Intimidation was tactic of Outlaws gang
MILWAUKEE (AP) _ People who view motorcycle gang members as intimidating can sympathize with the Kenosha County sheriff who found some bikers sitting behind him and his family in church.
“Yes, they were known as the intimidators,” Sheriff Larry Zarletti said.
They just thrived on being the intimidators, like people not to mess with. They've been messed with now and deservingly so.
Sheriff Larry Zarletti
Zarletti shared the recollection Wednesday a day after authorities cited 17 members of the Outlaws Motorcycle Club in a seven-year campaign of murder, arson, drug dealing and other crimes.
Authorities searched Wednesday for Randy Yager, president of the Outlaws' Chicago region that has chapters in Illinois, Indiana and Wisconsin.
Two other suspects who had been sought after the arrests of 14 of the 17 defendants surrendered Wednesday in Milwaukee. They are Richard Mroch, 30, and Johnson Blake, 37.
Zarletti was a detective several years ago when some of the defendants sat in a church pew behind his family, not to pray but to show their displeasure with his investigations of their activities.
“They just thrived on being the intimidators, like people not to mess with,” he said.
“They've been messed with now and deservingly so,” he said of the charges. “No one … should have to live in fear because someone is threatening you.”
Zarletti said the U.S. attorney's office in Milwaukee asked him not to elaborate on the incidents because he might have to testify in court.
The government's racketeering indictment accused Yager, 40, of Gary, Ind., of robbery and twice conspiring to commit murder.
Fourteen members of the Outlaws were arrested in three states Tuesday on the indictment. It charges bikers with six murders, five attempted murders and trafficking in narcotics and stolen vehicles.
In Viroqua, Vernon County Sheriff Geoffrey Banta said Wednesday he gave the U.S. Bureau of Alcohol Tobacco and Firearms information that contributed to the indictments of some bikers, including Leslie “Krazy Jack” Jensen of La Crosse.
It involved thefts of Harley-Davidson motorcycles three years ago. The bikes were traced to Platteville, leading to the imprisonment of two men linked to a theft ring, Banta said.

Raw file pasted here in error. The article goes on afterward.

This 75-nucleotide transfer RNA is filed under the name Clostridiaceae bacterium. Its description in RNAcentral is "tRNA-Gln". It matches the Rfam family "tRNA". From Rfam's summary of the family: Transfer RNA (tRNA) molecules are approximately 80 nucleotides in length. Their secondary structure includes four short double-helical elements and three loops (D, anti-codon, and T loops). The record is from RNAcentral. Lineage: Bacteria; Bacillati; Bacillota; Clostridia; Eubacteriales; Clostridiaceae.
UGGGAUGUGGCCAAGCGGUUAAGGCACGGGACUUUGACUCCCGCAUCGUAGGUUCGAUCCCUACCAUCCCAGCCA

Jensen, 59, was arrested Tuesday at his home.
He founded an independent motorcycle group in La Crosse in the mid-1980s. It was so popular it became a point of contention between the Outlaws and Hells Angels, La Crosse County sheriff's deputy Michael Weissenberger said.
The rivals forced Jensen and his Association of Recovering Motorcyclists to choose between them. He opted for the Outlaws and was made a chapter president last month, Weissenberger said.
Dale Crichton, police chief in Silver Lake in Kenosha County, said he charged two bikers in 1991 with threatening a witness.
Both were members of a Wisconsin bikers group called the Booze Runners.
One was Randall Miller, then of Lake Geneva. He was acquitted of the threatening charge while Mark W. Quinn was sentenced to four years in prison for threatening and beating two men in a Silver Lake video arcade.
Kevin P. O'Neill, 40, formerly of Twin Lakes, was indicted Tuesday in the 1994 slaying of a man in Rockford, Ill.
He and Miller, 37, were indicted for the 1990 bombing of the Hell's Henchmen Motorcycle Club clubhouse in Rockford.
Crichton and Zarletti said only some of the Booze Runners eventually joined the Outlaws.
The federal indictment said the Wisconsin chapter of Outlaws, with O'Neill as president, became official about Jan. 1, 1991.
After a fire in 1994 destroyed the Booze Runners clubhouse in Antioch, Ill., the Wisconsin chapter moved to a clubhouse in Janesville.
Mroch, of Lyon, Ill., is vice-president of the southside Chicago chapter. Blake, of McHenry, Ill., is a member of the Outlaw's Janesville chapter.
Judge William Callahan scheduled a Friday detention hearing for the two men in U.S. District Court.